Fashion Show: A sweater with a pleated bottom section on body and sleeves.

Monday, September 17, 2012

Got to Knit

I just returned from a FABULOUS trip to The Knitting Guild of America’s Knitting Show in Reno, NV.  It was really great in every way, even the 13.5 hour drive to get there!  While one gal was driving, the other 3 were softly clicking needles under lively conversation.  

Going to a knitting show of this size was perfect, and something I’ve wanted to do for some time.  Everything fell into place, and the plans worked out beautifully. 
We made it!  Julie, Nancy (me), Nancy, and Cheryl sat down for dinner.

Before recording some of the highlights of the trip, I was inspired to write the following:


Knitting relaxes me . . . releases me

Needles provide my eager fingers solitary, artistic, purposeful activity

Inspired authors have already worked out the pattern’s fine details

The glorious invitation is to live them

To enjoy the journey

Ingesting the fiber that satisfies the soul

Noting the richness of color, line, and texture

Giving to others of the overflow

Friday, September 14, 2012

My Bunny

First of all, my Sony camera finally bit the dust...or maybe it was exposed to too much dust on  desert/mountain trails.  Whatever the case, I had to invest in a new one. So, having done all the preparatory work, I finally have my first pictures downloaded on the computer. Does anyone else find all the downloading of software, accepting their policies, registering, etc. a big PAIN? Yeah, it's probably just me. 

I had to find something quick and easy to shoot.  When I went outside, I saw my wild bunny by the shed.  He's been hanging out around the place all summer.  I loved it when I would see him stretched out under the 4-wheeler trailer in the heat of the day, and I've tried to get pictures of him, but with no luck.  Now with this camera, I used the zoom and caught him. I only got one shot, and then he was gone.

My wild bunny

He's been making his home in the woodpile.  See the entrance between the two big logs on the ground?

Thursday, September 13, 2012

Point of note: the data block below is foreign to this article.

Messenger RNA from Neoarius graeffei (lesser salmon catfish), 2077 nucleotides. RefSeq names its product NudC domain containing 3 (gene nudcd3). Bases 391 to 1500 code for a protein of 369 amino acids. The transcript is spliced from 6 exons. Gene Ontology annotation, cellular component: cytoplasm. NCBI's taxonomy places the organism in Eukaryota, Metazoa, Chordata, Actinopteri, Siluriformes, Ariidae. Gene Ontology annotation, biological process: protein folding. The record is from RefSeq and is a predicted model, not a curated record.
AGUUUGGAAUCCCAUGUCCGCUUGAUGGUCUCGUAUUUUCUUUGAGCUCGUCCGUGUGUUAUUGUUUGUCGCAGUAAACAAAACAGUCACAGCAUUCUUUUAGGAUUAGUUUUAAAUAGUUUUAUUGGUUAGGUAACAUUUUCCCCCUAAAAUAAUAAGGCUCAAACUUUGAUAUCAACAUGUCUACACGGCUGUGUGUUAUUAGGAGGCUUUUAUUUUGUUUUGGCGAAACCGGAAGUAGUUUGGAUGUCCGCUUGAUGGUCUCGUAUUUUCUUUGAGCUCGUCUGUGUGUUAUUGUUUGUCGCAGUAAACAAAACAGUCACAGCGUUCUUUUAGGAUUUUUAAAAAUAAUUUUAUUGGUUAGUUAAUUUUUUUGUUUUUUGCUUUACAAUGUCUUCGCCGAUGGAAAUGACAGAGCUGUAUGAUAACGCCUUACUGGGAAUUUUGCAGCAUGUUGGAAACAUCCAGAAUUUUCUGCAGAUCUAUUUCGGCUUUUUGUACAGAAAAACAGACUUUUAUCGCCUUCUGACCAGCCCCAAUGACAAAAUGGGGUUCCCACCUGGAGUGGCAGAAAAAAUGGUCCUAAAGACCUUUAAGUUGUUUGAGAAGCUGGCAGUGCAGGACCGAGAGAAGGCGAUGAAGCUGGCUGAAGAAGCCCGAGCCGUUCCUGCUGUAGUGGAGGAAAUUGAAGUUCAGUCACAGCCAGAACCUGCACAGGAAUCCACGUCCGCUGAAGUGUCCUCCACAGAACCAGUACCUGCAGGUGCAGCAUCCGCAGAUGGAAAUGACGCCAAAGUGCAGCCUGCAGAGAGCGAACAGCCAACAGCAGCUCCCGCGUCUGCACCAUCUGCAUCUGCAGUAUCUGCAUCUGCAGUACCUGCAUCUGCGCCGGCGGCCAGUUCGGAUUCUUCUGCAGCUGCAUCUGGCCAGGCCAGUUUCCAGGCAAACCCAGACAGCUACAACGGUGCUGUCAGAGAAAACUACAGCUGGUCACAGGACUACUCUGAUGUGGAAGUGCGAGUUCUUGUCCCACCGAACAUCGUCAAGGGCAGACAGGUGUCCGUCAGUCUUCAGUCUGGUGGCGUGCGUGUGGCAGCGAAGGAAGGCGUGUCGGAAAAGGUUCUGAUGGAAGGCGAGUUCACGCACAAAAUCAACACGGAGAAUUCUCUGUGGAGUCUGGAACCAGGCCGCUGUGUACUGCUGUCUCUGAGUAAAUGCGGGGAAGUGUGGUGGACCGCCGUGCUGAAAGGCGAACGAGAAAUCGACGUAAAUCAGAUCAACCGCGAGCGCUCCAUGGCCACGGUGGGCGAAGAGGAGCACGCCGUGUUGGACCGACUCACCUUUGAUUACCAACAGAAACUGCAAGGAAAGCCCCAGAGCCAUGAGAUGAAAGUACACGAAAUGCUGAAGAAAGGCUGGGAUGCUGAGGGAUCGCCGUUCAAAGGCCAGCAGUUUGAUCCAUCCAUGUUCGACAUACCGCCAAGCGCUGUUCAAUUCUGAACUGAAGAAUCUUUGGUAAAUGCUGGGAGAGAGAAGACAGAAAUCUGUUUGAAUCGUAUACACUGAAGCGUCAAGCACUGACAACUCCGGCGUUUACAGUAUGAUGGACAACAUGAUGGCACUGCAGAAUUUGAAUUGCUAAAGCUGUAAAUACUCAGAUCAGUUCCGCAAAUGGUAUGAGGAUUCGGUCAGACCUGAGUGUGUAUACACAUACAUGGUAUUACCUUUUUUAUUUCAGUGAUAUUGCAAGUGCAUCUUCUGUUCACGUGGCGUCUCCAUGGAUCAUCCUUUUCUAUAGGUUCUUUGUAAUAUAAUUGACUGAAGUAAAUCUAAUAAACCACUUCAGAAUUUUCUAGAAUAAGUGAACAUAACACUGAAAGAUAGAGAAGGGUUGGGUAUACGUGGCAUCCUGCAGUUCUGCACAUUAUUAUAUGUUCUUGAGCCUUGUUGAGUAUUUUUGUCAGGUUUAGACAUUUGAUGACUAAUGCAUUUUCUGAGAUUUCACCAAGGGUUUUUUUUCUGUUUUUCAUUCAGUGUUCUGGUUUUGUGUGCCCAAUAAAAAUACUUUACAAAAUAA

You might be an experienced knitter if ...

"That's the same cable I used in Dylan's baby blanket." from It Itches by Franklin Habit.

Wednesday, September 12, 2012

New Rider...New Trails

It is fun to explore new trails on a 4-wheeler, but it’s equally as fun to take someone new on a 4-wheeler ride in the mountains.  So, here was Nancy S’s first ride, and she did very well! We took it easy, stopped for pictures, explored some trails, and enjoyed the fine weather.  

Here's Nancy S. snapping photos of the devastation left by a forest fire a few years ago.

Glenn and Cheryl were part of the crew too, and they led the excursion in their side-by-side Polaris RZR; I brought up the tail end.   We were in the Union Pass area, and I had not approached Fish Lake from the Sheridan Creek Road, so that section was new to me.  I’m always interested in new trails! We stopped for about 30 minutes at Fish Lake, located very near the continental divide.  The breezes swept across this small lake and kept us cool while we sat on a sunny hill on the north shore to eat lunch. 

Fish Lake

On our way back, Glenn was willing to take us down two different roads that branched off the Sheridan Creek Road. Both were new to me. The first one had a roadblock where a bridge must have been taken out, so we were not able to continue to the trail's end.  The second road led us in to Pellam Lake.  The last quarter-mile was rough, so Nancy S. parked her machine and rode with me on my 4-wheeler as we followed Glenn and Cheryl. 

Here is a section of the road as we approached Pellam Lake.

 Yeehaw!  Nancy got a taste of a more difficult 4-wheeler ride, rolling over a maze of boulders, tree roots, and gullies. What a great sight as we approached the lake.  Although it’s a destination for many fishermen, today we were the only ones there.  It was peaceful and beautiful, tucked in at the base of Lava Mountain.

We posed for the self-timer camera: Me, Nancy S., Glenn, and Cheryl